Article

Evaluation of a commercial enzyme immunoassay for HIV screening in urine.

Centre for Epidemiological Studies on HIV/AIDS in Catalonia, Hospital Universitari Germans Trias i Pujol, Carretera de Canyet s/n, 08916 Badalona, Spain.
European Journal of Clinical Microbiology (Impact Factor: 3.02). 12/2004; 23(11):831-5. DOI: 10.1007/s10096-004-1221-6
Source: PubMed

ABSTRACT A cross-sectional study was conducted to evaluate the utility of a commercial enzyme immunoassay (EIA) as a screening test for detecting HIV-1 antibody in urine in a population at risk for HIV infection in Catalonia, Spain. Paired urine and serum samples were collected consecutively from 99 patients who attended two drug-dependency treatment centres and 151 patients who attended a sexually transmitted diseases (STD) clinic in Barcelona. Antibodies against HIV in urine samples were detected using the Calypte HIV-1 Urine EIA (Calypte Biomedical Corporation, Berkeley, CA, USA) and confirmed by urine-based Western blot (WB) analysis. Sera were analysed using Bioelisa HIV-1+2 EIA (Biokit Laboratories, Barcelona, Spain), and the results were verified using serum-based WB analysis. Results of both urine and serum testing were available for 246 of 250 participants. For 52 individuals the results of both urine and serum testing were positive and for five the results were discordant (2 with urine-negative/serum-positive results and 3 with urine-positive/serum-negative results). The respective sensitivity and specificity values obtained for the urine EIA were 100% and 96.2% for intravenous drug users (IDUs) and 80% and 99.3% for persons attending the STD clinic. According to the 1997 UNAIDS/WHO strategy I recommendations, these values are acceptable for surveillance purposes, particularly in populations with a high prevalence of HIV infection.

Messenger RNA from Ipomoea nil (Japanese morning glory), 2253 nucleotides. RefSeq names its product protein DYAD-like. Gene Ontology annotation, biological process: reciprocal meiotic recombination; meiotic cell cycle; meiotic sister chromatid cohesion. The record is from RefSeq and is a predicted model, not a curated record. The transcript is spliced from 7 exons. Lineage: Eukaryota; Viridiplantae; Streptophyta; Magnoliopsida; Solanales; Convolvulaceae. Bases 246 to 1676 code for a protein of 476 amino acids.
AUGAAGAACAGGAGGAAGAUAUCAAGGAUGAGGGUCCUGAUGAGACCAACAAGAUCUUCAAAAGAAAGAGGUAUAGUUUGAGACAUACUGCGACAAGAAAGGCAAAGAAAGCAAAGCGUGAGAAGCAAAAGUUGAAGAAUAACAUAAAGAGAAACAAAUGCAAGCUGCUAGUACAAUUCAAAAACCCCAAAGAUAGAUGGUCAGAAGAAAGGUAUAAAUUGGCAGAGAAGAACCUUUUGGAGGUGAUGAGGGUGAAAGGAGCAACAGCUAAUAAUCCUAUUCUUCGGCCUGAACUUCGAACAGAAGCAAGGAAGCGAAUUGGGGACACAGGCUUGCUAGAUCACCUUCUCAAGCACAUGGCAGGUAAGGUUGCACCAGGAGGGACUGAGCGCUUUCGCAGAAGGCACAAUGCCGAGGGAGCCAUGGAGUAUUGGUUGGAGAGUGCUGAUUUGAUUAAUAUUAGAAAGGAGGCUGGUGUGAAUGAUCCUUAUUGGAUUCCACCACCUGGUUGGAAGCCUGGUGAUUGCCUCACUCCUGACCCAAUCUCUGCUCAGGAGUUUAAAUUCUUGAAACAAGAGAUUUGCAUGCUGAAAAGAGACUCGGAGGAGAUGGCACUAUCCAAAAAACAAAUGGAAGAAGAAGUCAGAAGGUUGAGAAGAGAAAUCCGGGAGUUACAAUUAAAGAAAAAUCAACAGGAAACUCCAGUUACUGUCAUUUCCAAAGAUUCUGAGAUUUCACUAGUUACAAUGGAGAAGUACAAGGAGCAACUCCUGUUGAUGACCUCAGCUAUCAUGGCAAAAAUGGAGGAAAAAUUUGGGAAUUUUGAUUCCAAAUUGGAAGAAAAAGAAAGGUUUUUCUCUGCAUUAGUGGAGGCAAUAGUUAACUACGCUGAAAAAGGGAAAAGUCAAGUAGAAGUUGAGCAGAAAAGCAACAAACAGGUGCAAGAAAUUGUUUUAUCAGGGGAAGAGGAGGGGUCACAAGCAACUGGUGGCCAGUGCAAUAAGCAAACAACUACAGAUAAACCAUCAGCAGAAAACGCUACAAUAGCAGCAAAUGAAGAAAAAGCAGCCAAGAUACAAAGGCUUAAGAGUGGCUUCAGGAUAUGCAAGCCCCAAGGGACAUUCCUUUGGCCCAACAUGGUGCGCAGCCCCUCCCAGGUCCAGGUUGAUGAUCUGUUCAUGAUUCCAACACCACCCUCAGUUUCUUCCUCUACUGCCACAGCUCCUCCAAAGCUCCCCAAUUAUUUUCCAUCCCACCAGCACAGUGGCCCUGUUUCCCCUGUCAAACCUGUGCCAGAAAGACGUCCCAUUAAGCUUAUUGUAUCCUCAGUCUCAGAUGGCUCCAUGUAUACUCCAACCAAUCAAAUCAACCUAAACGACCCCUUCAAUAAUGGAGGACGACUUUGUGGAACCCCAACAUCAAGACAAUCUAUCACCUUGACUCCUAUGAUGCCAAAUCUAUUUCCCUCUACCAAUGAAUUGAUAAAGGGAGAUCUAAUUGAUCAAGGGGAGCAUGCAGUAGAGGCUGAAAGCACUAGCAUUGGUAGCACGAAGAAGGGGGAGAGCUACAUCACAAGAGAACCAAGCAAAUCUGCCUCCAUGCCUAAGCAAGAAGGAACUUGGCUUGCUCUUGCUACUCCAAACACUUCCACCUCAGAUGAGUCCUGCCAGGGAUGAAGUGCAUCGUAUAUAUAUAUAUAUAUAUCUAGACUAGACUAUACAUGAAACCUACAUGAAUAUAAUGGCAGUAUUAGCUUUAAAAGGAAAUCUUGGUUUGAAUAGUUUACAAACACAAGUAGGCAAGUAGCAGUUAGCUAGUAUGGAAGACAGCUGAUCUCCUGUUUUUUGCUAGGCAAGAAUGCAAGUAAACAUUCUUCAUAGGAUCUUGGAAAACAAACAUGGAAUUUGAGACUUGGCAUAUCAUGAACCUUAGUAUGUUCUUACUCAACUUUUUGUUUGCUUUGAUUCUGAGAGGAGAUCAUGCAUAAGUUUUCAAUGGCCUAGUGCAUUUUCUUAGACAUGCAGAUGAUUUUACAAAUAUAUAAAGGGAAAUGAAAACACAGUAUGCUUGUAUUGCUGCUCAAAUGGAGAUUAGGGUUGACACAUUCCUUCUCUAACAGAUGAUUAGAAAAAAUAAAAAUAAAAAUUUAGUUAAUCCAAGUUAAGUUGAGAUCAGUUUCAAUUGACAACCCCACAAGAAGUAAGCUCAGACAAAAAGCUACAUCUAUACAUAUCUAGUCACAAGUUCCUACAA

0 Bookmarks
 · 
76 Views
  • [Show abstract] [Hide abstract]
    ABSTRACT: Many diagnostic methods for sexually transmitted infections (STIs) have been developed. Because various infection agents are associated with STIs, and because infected persons sometimes show no symptoms, the diagnosis of STIs using nucleic acid amplification tests(NAATs) has required not only simultaneous multi-targeting, but also sensitive detection. Here, we compare microarray and real-time PCR for the detection of three common STIs agents, Ureaplasma urealyticum, Mycoplasma genitalium, and Chlamydia trachomatis, using human urine samples. The detection results showed that microarray and real-time PCR technology are both effective tools for the detection of STI agents. In conclusion, real-time PCR detection offers more sensitivity and specificity than microarray, because of the quantitative method employed. But, microarray offers better performance, in terms of high-throughput and simultaneous multi-targeting.
    BioChip journal 7(1). · 0.82 Impact Factor
  • [Show abstract] [Hide abstract]
    ABSTRACT: Within the framework of hepatitis C virus (HCV) prevalence monitoring, we evaluated oral fluid (OF), which is richer in IgG than whole saliva, as a possible alternative to serum for the detection of HCV antibodies. Paired OF and serum samples were collected from 90 individuals, including 45 HCV-positives and 45 HCV-negatives. The detection of HCV antibodies in both serum and OF was performed using the Ortho HCV 3.0 SAVe enzyme-linked immunosorbent assay (ELISA) (Ortho-Clinical Diagnostics, Inc., Raritan, NJ), but a modified, more sensitive protocol was used to process OF. The sensitivity and specificity of this assay were 86.67% (95% confidence interval (CI): 72.51-94.46%) and 100% (95% CI: 90.20-99.80%) in OF and 100% in serum. The correlation obtained between both types of clinical specimens was excellent (k: 0.87, 95% CI: 0.66-1.07). However, the negative predictive value (NPV) of the assay in OF decreased with the prevalence of HCV infection in the population studied. Our results suggest that the modified Ortho HCV 3.0 SAVe ELISA is suitable for the detection of HCV antibodies in OF for epidemiological studies. Using this assay, we observed an unadjusted anti-HCV prevalence of 78.6% among a population of intravenous drug users; when adjusted to account for assay sensitivity, this prevalence may be closer to 90%.
    European Journal of Clinical Microbiology 03/2008; 27(2):121-6. · 3.02 Impact Factor

Full-text

View
21 Downloads
Available from
May 27, 2014